Quaternary sea-level history and the origin of the northernmost coastal aeolianites in the Americas: Channel Islands National Park, California, USA

Daniel R. Muhs, Jeffrey S. Pigati, R. Randall Schumann, Gary L. Skipp, Naomi Porat, Stephen B. DeVogel

Research output: Contribution to journalArticlepeer-review

14 Scopus citations

Abstract

Along most of the Pacific Coast of North America, sand dunes are dominantly silicate-rich. On the California Channel Islands, however, dunes are carbonate-rich, due to high productivity offshore and a lack of dilution by silicate minerals. Older sands on the Channel Islands contain enough carbonate to be cemented into aeolianite. Several generations of carbonate aeolianites are present on the California Channel Islands and represent the northernmost Quaternary coastal aeolianites on the Pacific Coast of North America. The oldest aeolianites on the islands may date to the early Pleistocene and thus far have only been found on Santa Cruz Island. Aeolianites with well-developed soils are found on both San Miguel Island and Santa Rosa Island and likely date to the middle Pleistocene. The youngest and best-dated aeolianites are located on San Miguel Island and Santa Rosa Island. These sediments were deposited during the late Pleistocene following the emergence of marine terraces that date to the last interglacial complex (~ 120,000 yr to ~ 80,000 yr). Based on radiocarbon and luminescence dating, the ages of these units correspond in time with marine isotope stages [MIS] 4, 3, and 2. Sea level was significantly lower than present during all three time periods. Reconstruction of insular paleogeography indicates that large areas to the north and northwest of the islands would have been exposed at these times, providing a ready source of carbonate-rich skeletal sands. These findings differ from a previously held concept that carbonate aeolianites are dominantly an interglacial phenomenon forming during high stands of sea. In contrast, our results are consistent with the findings of other investigators of the past decade who have reported evidence of glacial-age and interstadial-age aeolianites on coastlines of Australia and South Africa. They are also consistent with observations made by Darwin regarding the origin of aeolianites on the island of St. Helena, in the South Atlantic Ocean, more than a century and a half ago.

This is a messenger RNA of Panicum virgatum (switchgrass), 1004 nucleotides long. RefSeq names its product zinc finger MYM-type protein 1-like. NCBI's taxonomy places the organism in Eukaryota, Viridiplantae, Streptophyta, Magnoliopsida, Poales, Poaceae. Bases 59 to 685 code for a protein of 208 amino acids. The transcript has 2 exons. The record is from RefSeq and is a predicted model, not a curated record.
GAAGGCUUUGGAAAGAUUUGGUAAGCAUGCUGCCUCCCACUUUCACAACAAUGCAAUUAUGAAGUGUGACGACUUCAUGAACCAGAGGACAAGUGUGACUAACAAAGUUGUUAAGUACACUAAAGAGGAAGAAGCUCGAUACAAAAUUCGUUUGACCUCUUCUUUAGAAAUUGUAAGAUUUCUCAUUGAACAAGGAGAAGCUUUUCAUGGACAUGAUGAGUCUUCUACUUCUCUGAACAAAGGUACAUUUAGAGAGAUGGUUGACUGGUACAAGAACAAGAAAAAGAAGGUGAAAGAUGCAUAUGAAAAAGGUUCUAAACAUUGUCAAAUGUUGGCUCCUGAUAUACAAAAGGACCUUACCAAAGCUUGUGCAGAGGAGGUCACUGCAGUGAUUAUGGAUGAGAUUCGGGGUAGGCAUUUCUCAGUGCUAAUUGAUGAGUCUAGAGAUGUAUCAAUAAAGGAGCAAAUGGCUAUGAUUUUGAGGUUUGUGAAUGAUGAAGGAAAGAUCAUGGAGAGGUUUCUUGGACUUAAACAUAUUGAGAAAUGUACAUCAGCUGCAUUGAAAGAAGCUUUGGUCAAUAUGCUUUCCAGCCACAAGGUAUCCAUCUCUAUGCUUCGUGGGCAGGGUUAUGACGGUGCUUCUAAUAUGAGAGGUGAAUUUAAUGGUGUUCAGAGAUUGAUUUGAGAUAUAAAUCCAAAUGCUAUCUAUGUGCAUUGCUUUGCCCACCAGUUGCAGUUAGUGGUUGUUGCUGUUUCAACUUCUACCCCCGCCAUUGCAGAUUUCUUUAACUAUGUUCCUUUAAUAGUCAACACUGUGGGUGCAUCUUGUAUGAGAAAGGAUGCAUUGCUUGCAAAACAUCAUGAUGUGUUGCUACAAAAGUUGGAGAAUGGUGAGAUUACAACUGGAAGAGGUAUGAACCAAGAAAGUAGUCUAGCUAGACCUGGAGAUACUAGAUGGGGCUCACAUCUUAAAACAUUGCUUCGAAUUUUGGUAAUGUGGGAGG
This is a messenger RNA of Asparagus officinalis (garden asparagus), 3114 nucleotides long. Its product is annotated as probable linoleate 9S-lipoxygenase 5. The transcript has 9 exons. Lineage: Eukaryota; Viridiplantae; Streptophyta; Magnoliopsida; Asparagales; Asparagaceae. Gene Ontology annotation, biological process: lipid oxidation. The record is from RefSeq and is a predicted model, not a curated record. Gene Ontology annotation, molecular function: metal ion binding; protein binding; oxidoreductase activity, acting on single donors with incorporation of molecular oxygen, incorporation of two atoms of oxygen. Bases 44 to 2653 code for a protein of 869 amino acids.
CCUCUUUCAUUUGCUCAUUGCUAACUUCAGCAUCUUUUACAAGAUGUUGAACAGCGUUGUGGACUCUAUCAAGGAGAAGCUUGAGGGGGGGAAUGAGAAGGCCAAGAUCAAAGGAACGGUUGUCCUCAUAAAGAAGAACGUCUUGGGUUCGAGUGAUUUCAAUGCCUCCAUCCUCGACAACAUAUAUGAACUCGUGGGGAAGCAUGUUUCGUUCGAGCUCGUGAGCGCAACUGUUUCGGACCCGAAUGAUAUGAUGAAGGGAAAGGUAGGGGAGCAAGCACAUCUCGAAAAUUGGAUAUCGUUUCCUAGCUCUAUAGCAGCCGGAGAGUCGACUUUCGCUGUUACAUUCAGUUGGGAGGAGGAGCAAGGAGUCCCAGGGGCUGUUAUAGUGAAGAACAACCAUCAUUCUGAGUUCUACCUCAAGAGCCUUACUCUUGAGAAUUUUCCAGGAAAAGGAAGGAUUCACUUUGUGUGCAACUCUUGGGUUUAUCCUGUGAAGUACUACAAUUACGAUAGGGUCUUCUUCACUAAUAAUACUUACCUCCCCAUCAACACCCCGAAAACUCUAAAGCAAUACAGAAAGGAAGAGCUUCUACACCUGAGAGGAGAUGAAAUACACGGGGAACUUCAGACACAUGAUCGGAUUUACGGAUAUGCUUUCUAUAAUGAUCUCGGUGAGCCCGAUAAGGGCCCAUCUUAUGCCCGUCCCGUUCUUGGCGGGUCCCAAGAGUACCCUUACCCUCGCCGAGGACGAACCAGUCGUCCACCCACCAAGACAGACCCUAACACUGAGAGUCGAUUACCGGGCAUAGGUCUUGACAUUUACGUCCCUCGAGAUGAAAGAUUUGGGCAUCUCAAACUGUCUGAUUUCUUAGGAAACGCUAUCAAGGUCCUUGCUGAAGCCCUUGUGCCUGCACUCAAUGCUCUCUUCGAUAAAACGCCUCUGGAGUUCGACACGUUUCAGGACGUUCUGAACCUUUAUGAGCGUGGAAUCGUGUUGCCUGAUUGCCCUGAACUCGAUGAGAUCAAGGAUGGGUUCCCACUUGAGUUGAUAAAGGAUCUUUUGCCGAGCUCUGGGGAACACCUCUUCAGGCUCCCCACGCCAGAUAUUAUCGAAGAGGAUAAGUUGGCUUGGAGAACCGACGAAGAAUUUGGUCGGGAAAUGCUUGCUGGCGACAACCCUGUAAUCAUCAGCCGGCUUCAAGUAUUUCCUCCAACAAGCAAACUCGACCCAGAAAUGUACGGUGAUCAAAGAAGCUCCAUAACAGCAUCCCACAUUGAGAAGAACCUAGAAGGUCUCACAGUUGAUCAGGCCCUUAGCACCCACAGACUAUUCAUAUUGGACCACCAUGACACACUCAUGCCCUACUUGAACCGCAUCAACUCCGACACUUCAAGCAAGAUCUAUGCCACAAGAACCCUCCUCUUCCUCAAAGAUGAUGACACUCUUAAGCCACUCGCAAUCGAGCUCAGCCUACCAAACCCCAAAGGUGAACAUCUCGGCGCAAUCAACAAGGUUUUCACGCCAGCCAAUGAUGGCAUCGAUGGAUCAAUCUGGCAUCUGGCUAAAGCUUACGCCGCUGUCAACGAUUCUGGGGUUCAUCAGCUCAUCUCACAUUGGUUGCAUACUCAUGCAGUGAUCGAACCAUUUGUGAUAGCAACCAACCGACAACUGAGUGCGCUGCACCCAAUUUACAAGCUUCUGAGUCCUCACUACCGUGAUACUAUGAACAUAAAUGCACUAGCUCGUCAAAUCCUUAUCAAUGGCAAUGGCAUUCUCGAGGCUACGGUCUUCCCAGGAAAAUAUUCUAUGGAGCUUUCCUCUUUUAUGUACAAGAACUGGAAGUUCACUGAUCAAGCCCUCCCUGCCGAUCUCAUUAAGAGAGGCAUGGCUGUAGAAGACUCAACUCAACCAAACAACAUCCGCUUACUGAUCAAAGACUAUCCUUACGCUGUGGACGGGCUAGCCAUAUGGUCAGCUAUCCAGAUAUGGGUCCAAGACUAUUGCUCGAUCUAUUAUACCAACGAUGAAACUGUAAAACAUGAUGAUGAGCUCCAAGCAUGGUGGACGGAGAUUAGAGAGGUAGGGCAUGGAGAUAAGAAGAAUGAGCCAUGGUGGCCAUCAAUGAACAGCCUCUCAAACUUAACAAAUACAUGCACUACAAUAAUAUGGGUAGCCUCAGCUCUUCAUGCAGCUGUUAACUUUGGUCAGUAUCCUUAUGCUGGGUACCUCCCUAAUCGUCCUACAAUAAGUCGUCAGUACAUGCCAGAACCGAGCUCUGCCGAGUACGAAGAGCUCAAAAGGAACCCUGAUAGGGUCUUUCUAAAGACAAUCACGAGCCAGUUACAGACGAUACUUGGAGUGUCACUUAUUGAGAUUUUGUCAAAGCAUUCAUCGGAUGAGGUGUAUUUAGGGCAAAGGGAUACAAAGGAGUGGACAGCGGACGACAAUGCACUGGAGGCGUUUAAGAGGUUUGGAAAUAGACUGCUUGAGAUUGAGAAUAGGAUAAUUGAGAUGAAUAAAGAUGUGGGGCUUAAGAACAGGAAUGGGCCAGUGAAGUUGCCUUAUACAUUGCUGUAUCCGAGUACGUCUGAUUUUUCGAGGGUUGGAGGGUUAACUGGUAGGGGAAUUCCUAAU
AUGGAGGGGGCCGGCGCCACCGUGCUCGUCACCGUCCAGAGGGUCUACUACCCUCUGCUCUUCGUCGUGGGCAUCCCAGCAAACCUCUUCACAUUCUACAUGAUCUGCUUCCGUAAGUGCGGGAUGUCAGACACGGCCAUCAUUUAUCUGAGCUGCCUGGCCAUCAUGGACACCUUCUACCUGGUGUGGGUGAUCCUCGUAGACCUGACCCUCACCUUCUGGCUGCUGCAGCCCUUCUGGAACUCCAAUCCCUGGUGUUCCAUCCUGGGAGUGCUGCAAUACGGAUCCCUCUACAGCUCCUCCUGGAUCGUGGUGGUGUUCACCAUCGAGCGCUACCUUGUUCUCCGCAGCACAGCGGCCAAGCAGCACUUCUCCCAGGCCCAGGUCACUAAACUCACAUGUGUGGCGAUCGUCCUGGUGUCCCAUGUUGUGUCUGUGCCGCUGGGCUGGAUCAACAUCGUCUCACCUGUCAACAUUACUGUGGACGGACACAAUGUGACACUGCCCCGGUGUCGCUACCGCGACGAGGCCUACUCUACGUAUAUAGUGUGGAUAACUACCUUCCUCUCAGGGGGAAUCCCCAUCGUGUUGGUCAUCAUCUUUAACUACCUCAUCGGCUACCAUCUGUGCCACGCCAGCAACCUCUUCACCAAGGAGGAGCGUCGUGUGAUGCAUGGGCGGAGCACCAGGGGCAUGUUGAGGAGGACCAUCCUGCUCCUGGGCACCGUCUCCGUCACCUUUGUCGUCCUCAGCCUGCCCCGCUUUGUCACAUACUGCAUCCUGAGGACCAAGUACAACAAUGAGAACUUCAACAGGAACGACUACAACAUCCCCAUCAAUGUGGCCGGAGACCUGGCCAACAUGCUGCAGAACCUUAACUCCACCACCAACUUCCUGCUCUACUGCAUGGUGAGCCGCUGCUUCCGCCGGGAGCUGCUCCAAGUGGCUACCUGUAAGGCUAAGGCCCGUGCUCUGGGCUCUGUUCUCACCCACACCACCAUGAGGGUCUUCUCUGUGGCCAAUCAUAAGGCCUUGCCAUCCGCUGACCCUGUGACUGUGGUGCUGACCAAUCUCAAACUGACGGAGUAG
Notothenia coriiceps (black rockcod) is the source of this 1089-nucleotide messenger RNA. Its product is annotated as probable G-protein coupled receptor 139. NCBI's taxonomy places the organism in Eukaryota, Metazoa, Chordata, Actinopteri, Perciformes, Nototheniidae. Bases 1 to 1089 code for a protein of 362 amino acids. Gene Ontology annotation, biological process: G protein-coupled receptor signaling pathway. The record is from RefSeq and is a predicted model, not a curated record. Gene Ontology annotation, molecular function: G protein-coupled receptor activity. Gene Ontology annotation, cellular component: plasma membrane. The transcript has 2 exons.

Original languageEnglish
Pages (from-to)38-76
Number of pages39
JournalPalaeogeography, Palaeoclimatology, Palaeoecology
Volume491
DOIs
StatePublished - 1 Feb 2018
Externally publishedYes

Bibliographical note

Publisher Copyright:
© 2017

Funding

This study was supported by the Climate and Land Use Change Research and Development Program of the U.S. Geological Survey (USGS) and is a contribution to the “Geologic Records of High Sea Levels” Project. Sincere thanks go to the U.S. National Park Service, Channel Islands National Park, and Kate Faulkner in particular, for field access and logistical support. Ian Williams, George Roberts, Lulis Cuevas, Mark Senning, Ed Smith, Sarah Chaney, Dave Begun, and Kelly Minas (all U.S. National Park Service) were knowledgeable and gracious hosts who assisted with field work during our many trips to San Miguel Island, Santa Rosa Island, and Santa Cruz Island. DeAnna Laurel (Colorado State University) and Sabine Faulhaber (NPS volunteer, then of UCSB) assisted with field work. Thanks go to Dave Loope (University of Nebraska-Lincoln) who examined our photographs of hypothesized mammoth tracks and confirmed their likely origin. A very special thank-you goes to our good friend and retired USGS colleague Jack McGeehin, who generated all of the radiocarbon ages presented here. Bob Halley (USGS, retired), editor Paul Hesse, John Wehmiller (University of Delaware), an anonymous reviewer, and Janet Slate (USGS) all made helpful comments on an earlier version of the manuscript, which we appreciate. Any use of trade, firm, or product names is for descriptive purposes only and does not imply endorsement by the U.S. government.

FundersFunder number
Geologic Records of High Sea Levels
U.S. Geological Survey

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